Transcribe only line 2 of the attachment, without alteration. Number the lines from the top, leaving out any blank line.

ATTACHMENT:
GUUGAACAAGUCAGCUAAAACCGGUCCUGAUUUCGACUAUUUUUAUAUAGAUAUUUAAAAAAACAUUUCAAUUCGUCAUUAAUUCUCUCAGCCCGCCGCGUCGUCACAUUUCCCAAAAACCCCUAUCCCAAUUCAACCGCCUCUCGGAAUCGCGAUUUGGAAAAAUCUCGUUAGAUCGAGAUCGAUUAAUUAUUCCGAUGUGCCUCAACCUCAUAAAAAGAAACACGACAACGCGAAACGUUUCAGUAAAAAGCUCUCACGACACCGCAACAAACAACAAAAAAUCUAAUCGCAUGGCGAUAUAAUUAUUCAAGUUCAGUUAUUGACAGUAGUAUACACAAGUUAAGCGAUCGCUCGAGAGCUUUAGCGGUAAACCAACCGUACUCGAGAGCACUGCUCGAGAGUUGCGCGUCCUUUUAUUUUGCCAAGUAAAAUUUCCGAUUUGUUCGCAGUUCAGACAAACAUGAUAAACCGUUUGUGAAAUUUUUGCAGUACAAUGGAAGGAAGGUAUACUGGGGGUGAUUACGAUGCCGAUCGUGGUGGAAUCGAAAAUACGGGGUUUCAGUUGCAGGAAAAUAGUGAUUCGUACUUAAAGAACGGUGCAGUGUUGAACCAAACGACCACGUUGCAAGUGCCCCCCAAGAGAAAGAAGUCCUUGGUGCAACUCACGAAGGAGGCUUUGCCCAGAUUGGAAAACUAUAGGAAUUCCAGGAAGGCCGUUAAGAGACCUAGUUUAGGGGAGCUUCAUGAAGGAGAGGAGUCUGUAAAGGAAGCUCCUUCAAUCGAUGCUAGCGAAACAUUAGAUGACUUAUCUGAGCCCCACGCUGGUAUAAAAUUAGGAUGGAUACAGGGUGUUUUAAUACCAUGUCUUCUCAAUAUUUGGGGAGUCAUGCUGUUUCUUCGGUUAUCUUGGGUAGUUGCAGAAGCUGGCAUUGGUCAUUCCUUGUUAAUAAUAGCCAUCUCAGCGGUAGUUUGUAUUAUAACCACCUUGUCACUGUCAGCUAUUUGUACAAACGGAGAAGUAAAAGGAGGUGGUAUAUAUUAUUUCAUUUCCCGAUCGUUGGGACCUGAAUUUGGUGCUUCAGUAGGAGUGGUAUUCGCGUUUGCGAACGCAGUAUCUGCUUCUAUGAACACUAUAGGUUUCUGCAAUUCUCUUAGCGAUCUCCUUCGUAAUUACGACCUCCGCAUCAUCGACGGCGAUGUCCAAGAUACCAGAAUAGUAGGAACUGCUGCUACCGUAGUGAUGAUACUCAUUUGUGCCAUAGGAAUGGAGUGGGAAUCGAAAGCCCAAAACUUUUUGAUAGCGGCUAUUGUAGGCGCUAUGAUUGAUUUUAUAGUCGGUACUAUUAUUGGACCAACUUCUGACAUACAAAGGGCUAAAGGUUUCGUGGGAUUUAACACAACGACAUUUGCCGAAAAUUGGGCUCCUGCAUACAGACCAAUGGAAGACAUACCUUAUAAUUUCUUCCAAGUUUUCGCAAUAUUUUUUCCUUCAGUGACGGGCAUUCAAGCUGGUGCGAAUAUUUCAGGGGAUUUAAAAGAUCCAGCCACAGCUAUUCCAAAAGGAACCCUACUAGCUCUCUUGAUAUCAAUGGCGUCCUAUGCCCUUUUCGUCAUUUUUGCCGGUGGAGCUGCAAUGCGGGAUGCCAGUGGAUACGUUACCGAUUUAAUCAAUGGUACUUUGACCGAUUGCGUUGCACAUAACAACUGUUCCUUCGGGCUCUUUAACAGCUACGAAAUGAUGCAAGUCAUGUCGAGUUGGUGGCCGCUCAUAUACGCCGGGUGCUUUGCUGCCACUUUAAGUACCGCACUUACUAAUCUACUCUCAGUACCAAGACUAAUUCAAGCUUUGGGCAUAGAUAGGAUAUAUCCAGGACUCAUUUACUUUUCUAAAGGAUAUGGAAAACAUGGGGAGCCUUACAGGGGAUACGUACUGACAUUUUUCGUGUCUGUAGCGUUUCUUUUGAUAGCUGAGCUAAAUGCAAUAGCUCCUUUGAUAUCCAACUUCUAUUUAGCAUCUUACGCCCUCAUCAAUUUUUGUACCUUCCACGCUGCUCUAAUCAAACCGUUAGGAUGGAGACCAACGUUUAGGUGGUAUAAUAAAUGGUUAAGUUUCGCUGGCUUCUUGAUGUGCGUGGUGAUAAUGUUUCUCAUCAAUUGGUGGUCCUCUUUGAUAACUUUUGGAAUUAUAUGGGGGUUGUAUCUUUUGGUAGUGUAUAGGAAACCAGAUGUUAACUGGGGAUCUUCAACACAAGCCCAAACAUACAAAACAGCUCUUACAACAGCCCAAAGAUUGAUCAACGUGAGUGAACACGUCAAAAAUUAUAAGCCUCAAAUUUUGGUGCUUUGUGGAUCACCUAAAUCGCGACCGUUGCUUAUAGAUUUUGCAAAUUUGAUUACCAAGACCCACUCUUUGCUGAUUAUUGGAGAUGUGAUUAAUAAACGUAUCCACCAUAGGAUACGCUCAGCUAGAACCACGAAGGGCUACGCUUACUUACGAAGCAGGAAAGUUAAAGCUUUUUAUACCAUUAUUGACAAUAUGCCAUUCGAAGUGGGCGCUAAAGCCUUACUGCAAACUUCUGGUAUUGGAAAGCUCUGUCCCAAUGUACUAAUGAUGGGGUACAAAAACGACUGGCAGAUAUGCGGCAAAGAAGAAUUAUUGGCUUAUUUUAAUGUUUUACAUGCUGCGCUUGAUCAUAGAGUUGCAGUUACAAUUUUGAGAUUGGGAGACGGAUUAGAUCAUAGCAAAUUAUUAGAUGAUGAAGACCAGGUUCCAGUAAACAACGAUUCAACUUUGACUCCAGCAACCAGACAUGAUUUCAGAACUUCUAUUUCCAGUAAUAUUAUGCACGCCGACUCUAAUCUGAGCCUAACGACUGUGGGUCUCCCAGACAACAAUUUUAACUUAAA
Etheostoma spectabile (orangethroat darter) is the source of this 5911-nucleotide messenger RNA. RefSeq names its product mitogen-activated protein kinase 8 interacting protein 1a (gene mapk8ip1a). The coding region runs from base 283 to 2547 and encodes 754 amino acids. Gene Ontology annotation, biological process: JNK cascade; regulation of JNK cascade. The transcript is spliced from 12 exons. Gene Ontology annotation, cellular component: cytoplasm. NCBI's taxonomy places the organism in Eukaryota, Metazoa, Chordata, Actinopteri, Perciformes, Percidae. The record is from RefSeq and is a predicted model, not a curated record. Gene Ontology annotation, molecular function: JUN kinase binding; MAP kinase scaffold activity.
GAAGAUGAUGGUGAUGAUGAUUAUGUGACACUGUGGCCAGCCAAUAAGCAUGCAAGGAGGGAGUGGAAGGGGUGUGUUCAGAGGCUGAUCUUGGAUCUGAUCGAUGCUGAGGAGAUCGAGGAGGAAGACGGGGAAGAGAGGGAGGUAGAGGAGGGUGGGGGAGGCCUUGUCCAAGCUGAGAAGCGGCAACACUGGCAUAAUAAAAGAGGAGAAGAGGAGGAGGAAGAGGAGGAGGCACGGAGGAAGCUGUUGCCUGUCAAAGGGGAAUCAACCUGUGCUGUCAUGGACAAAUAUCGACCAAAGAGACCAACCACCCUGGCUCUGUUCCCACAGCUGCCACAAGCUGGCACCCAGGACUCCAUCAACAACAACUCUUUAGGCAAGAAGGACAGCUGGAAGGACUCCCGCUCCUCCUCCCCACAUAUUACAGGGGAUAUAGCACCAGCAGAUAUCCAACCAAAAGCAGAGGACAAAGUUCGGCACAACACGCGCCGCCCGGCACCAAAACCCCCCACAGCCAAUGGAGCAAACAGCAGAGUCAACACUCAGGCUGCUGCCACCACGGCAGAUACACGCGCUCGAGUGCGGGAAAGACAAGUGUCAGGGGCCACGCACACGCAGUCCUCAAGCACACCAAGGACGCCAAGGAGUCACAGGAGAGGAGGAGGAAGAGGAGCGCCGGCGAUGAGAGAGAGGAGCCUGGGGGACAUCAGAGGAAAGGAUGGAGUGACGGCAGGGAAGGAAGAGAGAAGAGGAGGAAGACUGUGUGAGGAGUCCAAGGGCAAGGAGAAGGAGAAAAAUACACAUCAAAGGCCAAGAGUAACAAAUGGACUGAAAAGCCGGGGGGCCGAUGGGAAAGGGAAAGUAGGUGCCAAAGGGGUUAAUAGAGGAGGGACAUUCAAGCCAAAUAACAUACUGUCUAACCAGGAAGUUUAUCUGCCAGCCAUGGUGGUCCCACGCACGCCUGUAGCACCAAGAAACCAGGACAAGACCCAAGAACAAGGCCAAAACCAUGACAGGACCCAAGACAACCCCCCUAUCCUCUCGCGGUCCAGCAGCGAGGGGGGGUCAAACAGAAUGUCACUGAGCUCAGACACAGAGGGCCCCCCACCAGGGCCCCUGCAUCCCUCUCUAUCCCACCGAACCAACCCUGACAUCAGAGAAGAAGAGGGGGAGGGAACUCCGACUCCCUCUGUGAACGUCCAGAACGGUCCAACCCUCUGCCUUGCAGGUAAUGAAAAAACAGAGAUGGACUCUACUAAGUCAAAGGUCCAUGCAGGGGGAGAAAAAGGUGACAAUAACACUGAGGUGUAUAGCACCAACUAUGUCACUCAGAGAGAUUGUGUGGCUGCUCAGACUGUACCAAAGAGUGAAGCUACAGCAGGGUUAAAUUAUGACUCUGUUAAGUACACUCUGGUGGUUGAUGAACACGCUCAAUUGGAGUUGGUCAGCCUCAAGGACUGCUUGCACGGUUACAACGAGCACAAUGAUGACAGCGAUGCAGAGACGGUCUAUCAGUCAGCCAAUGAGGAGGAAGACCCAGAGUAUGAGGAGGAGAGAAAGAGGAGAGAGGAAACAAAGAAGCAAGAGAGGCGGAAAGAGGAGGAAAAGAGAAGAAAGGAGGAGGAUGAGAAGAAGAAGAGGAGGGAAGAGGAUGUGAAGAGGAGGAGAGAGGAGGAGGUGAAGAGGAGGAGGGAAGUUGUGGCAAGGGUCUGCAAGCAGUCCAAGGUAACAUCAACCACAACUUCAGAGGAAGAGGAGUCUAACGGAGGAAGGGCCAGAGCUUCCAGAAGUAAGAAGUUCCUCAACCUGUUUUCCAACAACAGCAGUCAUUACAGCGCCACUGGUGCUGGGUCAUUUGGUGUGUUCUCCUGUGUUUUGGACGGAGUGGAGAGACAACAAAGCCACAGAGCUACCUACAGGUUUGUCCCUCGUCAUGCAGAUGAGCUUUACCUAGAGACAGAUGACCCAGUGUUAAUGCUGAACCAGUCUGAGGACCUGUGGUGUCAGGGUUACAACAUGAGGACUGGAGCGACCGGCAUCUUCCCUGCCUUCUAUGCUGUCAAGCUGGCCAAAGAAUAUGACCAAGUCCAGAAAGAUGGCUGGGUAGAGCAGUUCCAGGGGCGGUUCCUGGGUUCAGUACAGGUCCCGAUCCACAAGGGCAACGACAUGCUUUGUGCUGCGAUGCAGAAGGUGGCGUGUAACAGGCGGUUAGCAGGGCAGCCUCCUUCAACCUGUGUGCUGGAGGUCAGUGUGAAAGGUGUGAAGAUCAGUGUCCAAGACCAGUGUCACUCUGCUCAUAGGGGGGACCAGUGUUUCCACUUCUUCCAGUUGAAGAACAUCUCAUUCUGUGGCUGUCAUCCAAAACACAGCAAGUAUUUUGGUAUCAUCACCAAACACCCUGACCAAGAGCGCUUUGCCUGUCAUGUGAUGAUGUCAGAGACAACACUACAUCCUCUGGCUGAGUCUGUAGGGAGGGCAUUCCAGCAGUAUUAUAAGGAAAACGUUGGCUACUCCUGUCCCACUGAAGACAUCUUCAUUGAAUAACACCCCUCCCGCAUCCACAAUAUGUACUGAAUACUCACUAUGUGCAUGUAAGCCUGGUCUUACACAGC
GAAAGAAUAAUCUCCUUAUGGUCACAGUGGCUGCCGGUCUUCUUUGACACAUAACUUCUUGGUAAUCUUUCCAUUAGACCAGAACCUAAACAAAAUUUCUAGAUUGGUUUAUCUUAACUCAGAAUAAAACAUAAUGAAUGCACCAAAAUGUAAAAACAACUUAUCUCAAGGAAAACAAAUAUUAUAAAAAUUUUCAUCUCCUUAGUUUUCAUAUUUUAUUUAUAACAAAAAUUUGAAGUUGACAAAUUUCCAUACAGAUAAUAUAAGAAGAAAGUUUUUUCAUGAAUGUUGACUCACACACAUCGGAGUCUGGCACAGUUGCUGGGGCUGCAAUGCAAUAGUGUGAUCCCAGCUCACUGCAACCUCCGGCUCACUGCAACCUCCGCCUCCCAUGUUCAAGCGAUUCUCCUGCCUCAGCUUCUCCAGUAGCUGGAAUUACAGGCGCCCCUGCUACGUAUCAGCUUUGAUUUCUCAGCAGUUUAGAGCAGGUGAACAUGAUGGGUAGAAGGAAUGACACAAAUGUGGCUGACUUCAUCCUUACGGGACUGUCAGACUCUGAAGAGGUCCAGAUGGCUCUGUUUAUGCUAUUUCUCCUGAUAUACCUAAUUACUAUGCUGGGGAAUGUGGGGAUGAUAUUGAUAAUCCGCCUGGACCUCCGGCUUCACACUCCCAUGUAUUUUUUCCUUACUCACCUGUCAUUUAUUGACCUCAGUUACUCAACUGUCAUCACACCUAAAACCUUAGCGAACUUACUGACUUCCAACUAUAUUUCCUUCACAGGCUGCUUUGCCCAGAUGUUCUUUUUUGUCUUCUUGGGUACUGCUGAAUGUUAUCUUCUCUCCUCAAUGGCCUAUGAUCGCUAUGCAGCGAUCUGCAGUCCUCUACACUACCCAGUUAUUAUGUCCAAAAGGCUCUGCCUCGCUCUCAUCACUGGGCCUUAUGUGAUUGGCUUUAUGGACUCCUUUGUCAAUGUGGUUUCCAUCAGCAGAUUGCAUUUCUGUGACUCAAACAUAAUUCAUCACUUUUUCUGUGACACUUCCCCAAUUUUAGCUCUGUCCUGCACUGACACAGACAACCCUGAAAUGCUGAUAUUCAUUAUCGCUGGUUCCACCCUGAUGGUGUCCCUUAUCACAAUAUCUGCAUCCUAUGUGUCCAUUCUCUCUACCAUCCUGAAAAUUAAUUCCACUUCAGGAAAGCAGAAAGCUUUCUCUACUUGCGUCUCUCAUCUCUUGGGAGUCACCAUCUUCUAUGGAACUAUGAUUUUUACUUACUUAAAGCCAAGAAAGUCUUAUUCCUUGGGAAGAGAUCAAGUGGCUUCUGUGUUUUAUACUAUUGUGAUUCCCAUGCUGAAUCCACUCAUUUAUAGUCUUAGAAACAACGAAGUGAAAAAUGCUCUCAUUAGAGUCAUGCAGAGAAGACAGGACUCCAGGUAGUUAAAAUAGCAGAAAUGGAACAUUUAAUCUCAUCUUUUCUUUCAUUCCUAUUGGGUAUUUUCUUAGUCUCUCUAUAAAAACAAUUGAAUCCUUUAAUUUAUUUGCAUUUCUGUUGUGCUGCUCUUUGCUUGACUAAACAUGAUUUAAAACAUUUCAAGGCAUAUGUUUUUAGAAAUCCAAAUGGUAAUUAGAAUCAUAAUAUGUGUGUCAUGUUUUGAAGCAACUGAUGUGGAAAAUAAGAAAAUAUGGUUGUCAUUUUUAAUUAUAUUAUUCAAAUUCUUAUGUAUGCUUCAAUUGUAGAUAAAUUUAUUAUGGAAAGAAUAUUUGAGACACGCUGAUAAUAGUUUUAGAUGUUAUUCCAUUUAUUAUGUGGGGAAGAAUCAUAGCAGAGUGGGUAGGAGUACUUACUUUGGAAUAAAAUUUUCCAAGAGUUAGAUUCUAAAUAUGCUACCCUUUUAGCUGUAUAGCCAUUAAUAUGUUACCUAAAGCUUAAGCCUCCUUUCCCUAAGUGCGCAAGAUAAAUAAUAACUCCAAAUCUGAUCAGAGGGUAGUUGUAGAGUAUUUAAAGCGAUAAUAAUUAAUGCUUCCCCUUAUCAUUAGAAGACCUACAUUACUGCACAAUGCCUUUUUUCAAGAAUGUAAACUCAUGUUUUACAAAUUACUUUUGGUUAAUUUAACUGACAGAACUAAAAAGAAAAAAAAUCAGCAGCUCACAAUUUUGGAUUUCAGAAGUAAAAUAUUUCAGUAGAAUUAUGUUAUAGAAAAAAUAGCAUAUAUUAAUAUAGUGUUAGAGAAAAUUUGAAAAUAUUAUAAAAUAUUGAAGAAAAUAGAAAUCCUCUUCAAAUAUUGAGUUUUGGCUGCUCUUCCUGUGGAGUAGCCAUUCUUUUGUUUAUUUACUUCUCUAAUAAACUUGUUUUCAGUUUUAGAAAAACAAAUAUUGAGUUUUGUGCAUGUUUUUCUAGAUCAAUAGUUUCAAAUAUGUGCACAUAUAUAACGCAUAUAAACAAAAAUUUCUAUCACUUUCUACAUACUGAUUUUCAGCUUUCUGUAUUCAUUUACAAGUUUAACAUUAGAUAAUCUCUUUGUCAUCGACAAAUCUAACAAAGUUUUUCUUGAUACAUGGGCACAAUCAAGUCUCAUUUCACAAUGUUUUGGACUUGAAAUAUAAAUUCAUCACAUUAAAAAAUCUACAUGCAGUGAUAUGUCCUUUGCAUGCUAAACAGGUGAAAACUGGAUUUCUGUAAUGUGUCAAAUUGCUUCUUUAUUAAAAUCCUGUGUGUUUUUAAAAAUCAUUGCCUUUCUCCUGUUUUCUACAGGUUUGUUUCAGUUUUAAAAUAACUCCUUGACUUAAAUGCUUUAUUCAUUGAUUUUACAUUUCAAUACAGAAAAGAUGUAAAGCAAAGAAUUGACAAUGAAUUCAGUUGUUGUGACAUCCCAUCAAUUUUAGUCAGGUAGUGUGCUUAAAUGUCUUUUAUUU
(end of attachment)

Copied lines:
Etheostoma spectabile (orangethroat darter) is the source of this 5911-nucleotide messenger RNA. RefSeq names its product mitogen-activated protein kinase 8 interacting protein 1a (gene mapk8ip1a). The coding region runs from base 283 to 2547 and encodes 754 amino acids. Gene Ontology annotation, biological process: JNK cascade; regulation of JNK cascade. The transcript is spliced from 12 exons. Gene Ontology annotation, cellular component: cytoplasm. NCBI's taxonomy places the organism in Eukaryota, Metazoa, Chordata, Actinopteri, Perciformes, Percidae. The record is from RefSeq and is a predicted model, not a curated record. Gene Ontology annotation, molecular function: JUN kinase binding; MAP kinase scaffold activity.